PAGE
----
As trick-or-treaters hit the streets, responsibility for safety is shared with drivers
HONOLULU (HawaiiNewsNow) - As Monday marks Halloween, officials are urging families to keep safety in mind while trick-or-treating.
Among the parents excited for the ghoulish night is Kristin Momohara of Halawa.
“Halloween’s almost like my favorite holiday so we’re looking forward to it,” she said. “I’m trying to dress more low key since I know I’m the adult now. So I guess I’m going to be dressing up as a dog, like just paint kind of like a dog face on.”
Her Oct. 31 plans are set. She’ll be driving from Halawa bringing her daughter Lilly to collect candy along Manoa’s Lowrey Ave. with some close friends.
“It’s very popular and there’s a lot of houses that are set up very well for Halloween every year,” she said. “My go-to is always Manoa.”
While their goal is to collect heaps of candy – doing it safely is really top priority.
“We went to Walmart earlier this week and we picked up these necklace glow sticks, so I was gonna give it to the kids to wear while we go trick-or-treating,” Momohara said.
And that’s exactly what officials want families to keep in mind. They suggest retrofitting costumes with reflective tape and lights to ensure kids are seen by drivers. They also want motorists to be aware and slow down.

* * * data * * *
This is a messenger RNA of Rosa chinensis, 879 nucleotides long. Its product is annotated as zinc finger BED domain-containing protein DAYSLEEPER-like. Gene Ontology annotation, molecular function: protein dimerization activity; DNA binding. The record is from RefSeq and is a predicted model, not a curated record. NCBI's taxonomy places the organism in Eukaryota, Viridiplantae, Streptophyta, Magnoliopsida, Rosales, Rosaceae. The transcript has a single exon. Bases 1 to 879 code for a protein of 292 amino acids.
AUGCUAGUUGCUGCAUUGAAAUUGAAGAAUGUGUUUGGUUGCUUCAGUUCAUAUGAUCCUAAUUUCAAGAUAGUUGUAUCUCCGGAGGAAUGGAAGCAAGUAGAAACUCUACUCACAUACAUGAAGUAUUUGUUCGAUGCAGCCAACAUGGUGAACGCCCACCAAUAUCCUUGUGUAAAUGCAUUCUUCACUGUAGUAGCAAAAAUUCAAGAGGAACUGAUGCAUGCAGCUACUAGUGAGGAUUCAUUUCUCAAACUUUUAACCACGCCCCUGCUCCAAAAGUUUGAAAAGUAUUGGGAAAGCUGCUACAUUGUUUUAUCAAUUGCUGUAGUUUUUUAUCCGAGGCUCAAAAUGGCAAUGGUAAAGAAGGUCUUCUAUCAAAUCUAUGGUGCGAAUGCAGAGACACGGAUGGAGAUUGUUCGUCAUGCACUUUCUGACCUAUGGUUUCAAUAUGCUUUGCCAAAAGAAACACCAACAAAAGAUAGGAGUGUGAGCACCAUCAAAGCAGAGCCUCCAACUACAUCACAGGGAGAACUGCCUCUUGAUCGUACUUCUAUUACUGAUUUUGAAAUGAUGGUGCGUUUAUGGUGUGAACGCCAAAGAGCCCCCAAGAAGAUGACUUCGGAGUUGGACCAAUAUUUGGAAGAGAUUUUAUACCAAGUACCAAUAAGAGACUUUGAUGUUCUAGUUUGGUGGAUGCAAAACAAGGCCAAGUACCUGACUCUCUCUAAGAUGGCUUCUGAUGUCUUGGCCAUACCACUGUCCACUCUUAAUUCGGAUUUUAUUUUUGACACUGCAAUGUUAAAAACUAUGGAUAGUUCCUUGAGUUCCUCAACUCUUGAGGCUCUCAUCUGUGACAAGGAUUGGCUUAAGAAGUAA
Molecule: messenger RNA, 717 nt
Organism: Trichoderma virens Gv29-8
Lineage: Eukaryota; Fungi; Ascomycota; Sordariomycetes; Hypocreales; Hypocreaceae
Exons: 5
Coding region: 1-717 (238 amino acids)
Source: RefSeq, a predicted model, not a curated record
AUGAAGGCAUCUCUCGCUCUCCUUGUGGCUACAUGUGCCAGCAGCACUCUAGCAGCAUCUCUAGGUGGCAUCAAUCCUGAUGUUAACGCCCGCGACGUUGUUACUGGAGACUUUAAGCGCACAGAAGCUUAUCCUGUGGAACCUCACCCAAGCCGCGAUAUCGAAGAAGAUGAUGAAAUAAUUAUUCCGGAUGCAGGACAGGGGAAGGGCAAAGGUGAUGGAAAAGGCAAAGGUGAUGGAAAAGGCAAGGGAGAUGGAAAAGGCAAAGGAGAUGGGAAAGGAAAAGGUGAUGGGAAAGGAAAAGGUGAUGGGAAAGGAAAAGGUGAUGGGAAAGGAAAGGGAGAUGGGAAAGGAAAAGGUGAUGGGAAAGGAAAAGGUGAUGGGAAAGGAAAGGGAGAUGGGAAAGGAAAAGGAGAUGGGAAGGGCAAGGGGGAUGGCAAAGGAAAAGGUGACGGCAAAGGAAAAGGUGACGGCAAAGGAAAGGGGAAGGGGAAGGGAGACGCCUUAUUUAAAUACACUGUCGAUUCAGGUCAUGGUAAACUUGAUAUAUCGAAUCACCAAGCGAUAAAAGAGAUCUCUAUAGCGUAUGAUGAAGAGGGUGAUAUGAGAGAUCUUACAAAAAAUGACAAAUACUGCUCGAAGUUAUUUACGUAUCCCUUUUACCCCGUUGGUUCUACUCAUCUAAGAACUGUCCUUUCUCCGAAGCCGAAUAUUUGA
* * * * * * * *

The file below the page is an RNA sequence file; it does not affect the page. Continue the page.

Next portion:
“In this case Halloween falls on a Monday. So what does that mean? People will be trying to rush to get home to start their evenings, to start the trick or treating with their keiki. And we just want everyone to dial up their normal caution, and dial it up even some more,” Department of Transportation Services Deputy Director Jon Nouchi said.
Sgt. Thomas Billins of HPD added, “It’s all of our community responsibility to ensure the safety of keiki during the Halloween season. So we ask that as parents, you teach your children how to be good and safe pedestrians… Drivers – slow down, don’t rush. Take your time.”
Suburban neighborhoods will be the clear choice for many families with large scale celebrations back in full force.
“People are more comfortable now. I know the haunted houses are back. A lot of neighbors do haunted houses and games and shave ice and things like that,” Manoa resident Nicole Salmoiraghi said. “The streets are packed. Like hundreds of people and kids.”
So while out and about this Hallows eve – keep a watchful eye.
“If cars could just drive particularly slower when they’re trying to get home, that’d be great,” Momohara added.
In addition to reflective tape, glow sticks and flashing lights, parents are urged to choose costumes for their kids that don’t obstruct vision so they can easily see oncoming cars.
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